In addition, in a surface-bonded cable the two ends tend to bend upwards as a result of the shear strains acting in those sections. If the optical fiber core is not perfectly centered in the cable structure, the misalignment with the neutral axis produces an additional axial load.
Based on these considerations, the BCs applied to Equation (17) are not null and assumed equal to:
ε f ( ± L ) = p ε s
where L is half of the bonded length and the p parameter symbolizes the percentage of residual strain in the optical fiber core, thus p [ 0 , 1 ] .
Imposing the BCs defined in Equation (18), the integration constant C1 and C2 can be found to be:
C 1 = C 2 = ( p 1 ) 2 ε s sec h ( k L )
Then, the substitution of C1 and C2 into Equation (17) leads to an expression for the strain profile of the fiber core as a function of x:
ε f ( x ) = ε s [ 1 + ( p 1 ) cosh ( k x ) cosh ( k L ) ]
Equation (20) holds when x [ L , L ] .
For x > L and x < L , it is assumed that, in accordance with the De Saint Venant principle, the axial strain shows an exponential decay as follows:
ε f ( x ) = a e b | x | = { a e + b x for   x < 0 a e b x for   x > 0
Equation (21) represents an even function in line with the fact that the strain profile should be symmetric with respect to the sensing cable midpoint. The a, b, and p parameters can be determined by fitting the experimental data. However, the authors propose the following methodology to assess their value without any prior test. The b parameter represents the exponential strain decay in the optical cable beyond the bonding length (i.e., x > L   x < L ). Hence, an estimate of b can be carried out using the same approach used to determine the shear lag parameter k. However, in this case the adhesive layer is not present and the first term of Equation (3) should be integrated from 0 to 2 π since the strain propagates with no preferential direction as in the case of a fully embedded optical fiber. These considerations lead to the following expression for b:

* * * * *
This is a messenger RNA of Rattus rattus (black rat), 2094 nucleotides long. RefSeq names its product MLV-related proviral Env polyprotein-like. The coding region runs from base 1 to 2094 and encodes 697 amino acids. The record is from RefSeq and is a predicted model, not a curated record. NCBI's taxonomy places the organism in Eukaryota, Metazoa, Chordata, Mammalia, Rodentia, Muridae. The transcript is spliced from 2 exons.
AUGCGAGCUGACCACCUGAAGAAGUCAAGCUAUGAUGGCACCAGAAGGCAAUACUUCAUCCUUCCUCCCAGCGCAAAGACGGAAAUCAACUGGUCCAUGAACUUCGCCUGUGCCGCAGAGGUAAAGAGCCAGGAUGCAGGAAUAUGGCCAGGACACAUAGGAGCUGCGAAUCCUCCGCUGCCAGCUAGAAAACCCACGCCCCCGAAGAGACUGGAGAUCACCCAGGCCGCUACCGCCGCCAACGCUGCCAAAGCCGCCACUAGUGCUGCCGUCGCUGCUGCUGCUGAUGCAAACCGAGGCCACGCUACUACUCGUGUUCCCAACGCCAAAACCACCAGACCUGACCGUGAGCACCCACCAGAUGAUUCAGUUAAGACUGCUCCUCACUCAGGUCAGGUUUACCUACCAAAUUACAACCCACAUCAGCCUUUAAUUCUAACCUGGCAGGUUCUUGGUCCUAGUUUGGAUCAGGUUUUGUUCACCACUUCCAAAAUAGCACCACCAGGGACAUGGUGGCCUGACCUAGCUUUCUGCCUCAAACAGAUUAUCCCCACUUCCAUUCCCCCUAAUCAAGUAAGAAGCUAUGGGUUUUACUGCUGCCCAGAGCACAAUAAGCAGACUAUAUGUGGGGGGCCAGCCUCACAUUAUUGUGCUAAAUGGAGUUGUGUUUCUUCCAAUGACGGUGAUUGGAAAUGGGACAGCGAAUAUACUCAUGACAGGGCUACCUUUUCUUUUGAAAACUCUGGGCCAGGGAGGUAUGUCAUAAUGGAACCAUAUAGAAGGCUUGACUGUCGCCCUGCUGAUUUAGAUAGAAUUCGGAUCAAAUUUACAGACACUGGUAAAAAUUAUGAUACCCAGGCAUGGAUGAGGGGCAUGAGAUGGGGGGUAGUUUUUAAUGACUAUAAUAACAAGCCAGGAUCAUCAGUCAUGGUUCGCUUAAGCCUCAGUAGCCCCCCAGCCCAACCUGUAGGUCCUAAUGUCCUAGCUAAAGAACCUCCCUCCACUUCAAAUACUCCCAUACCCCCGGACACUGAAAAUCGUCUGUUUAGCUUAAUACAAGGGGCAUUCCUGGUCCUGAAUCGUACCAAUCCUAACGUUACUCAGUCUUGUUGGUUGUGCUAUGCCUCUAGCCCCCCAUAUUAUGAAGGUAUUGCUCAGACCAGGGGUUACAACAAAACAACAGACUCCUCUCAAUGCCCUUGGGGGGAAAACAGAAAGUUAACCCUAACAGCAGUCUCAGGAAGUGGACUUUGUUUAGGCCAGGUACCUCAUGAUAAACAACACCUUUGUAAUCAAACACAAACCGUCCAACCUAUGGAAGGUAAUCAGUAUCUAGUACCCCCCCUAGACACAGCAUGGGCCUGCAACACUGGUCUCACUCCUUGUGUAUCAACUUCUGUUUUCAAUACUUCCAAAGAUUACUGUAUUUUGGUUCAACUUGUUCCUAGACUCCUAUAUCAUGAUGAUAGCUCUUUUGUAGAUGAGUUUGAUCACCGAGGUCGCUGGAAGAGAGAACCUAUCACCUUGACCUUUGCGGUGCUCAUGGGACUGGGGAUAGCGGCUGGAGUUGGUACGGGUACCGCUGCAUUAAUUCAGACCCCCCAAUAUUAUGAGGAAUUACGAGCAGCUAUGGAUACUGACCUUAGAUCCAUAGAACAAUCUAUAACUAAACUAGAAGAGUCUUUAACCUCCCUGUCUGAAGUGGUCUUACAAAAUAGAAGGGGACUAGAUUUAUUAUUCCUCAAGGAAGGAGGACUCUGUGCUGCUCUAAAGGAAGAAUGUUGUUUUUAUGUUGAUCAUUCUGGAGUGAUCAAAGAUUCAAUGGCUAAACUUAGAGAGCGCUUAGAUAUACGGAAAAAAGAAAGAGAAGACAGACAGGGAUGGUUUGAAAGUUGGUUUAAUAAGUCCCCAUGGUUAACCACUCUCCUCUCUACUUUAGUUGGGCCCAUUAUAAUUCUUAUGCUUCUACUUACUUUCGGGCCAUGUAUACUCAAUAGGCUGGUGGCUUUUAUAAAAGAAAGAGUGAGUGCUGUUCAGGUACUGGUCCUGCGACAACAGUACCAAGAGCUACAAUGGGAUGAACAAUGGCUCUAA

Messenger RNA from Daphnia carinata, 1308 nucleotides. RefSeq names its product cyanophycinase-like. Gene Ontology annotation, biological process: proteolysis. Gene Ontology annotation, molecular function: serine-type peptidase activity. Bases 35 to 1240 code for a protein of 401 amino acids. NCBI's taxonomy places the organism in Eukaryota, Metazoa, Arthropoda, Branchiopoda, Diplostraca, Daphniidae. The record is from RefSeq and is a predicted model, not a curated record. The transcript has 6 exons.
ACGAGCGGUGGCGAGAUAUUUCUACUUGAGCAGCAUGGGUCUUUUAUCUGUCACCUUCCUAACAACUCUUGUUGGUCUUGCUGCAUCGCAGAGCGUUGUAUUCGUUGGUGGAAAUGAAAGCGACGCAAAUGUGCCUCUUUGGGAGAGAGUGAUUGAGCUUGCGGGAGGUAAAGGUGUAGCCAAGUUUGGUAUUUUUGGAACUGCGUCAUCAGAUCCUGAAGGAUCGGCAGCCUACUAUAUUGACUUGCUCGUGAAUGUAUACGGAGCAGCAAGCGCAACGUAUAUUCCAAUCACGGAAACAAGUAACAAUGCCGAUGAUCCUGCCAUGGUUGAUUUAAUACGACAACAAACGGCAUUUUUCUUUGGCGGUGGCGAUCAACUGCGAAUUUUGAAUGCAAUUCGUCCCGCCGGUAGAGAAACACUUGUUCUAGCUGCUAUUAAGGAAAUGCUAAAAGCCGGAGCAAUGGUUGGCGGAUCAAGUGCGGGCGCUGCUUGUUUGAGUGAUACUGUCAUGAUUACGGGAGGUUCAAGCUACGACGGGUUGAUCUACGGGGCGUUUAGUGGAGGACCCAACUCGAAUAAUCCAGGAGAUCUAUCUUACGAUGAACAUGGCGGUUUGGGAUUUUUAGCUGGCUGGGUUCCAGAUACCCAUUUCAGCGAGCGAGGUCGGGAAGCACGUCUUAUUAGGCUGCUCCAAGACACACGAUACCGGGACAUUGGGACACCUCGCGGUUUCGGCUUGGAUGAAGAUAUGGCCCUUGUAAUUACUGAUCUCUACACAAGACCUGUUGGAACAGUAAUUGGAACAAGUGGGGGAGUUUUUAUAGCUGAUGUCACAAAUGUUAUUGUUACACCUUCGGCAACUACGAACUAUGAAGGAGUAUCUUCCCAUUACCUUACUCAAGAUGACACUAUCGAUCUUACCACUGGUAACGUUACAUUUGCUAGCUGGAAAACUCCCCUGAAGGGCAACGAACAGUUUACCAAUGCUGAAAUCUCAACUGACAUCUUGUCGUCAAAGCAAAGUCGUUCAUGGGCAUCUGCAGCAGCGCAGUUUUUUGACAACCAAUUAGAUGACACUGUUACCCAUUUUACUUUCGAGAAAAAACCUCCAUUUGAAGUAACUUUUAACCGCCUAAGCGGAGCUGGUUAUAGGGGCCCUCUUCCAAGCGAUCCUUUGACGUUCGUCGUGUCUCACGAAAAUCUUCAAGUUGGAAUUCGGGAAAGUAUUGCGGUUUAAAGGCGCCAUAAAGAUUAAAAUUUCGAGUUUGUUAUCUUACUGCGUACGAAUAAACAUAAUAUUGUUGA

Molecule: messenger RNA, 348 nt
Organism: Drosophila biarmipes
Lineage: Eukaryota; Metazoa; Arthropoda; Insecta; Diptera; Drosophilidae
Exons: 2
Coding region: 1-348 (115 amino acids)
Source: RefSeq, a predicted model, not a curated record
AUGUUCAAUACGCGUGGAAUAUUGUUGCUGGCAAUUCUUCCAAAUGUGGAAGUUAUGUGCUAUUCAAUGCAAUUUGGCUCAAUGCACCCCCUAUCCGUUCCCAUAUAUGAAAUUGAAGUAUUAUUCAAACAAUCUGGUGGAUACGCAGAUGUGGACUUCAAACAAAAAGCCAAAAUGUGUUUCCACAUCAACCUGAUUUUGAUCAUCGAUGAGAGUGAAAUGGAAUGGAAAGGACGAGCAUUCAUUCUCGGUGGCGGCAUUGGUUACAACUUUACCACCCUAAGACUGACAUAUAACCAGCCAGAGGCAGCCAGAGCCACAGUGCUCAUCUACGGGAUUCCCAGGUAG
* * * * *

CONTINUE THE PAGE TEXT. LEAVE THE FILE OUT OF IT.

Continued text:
b = 2 r f 2 E f [ 1 G j ln r j r t + 1 G t ln r t r c + 1 G o c ln r o c r i c + 1 G i c ln r i c r f ]
The other two parameters, a and p, can be evaluated by imposing the continuity of the strain profile and its derivative at the two extremities, where x = ± L . The derivative of the strain profile is estimated differentiating Equation (20) along the x axis as follows:
ε f ( x ) = ε s k ( p 1 ) sinh ( k x ) cosh ( k L )
Considering for example the interval x [ L , + ] it is possible to write the following system of equations:
{ ε f ( L ) = a e b L = p ε s ε f ( L ) = a b e b L = ε s k ( p 1 ) tanh ( k L )
The system solved for a and b returns:
{ a = e b L ε s tanh ( k L ) b / k + tanh ( k L ) p = tanh ( k L ) b / k + tanh ( k L )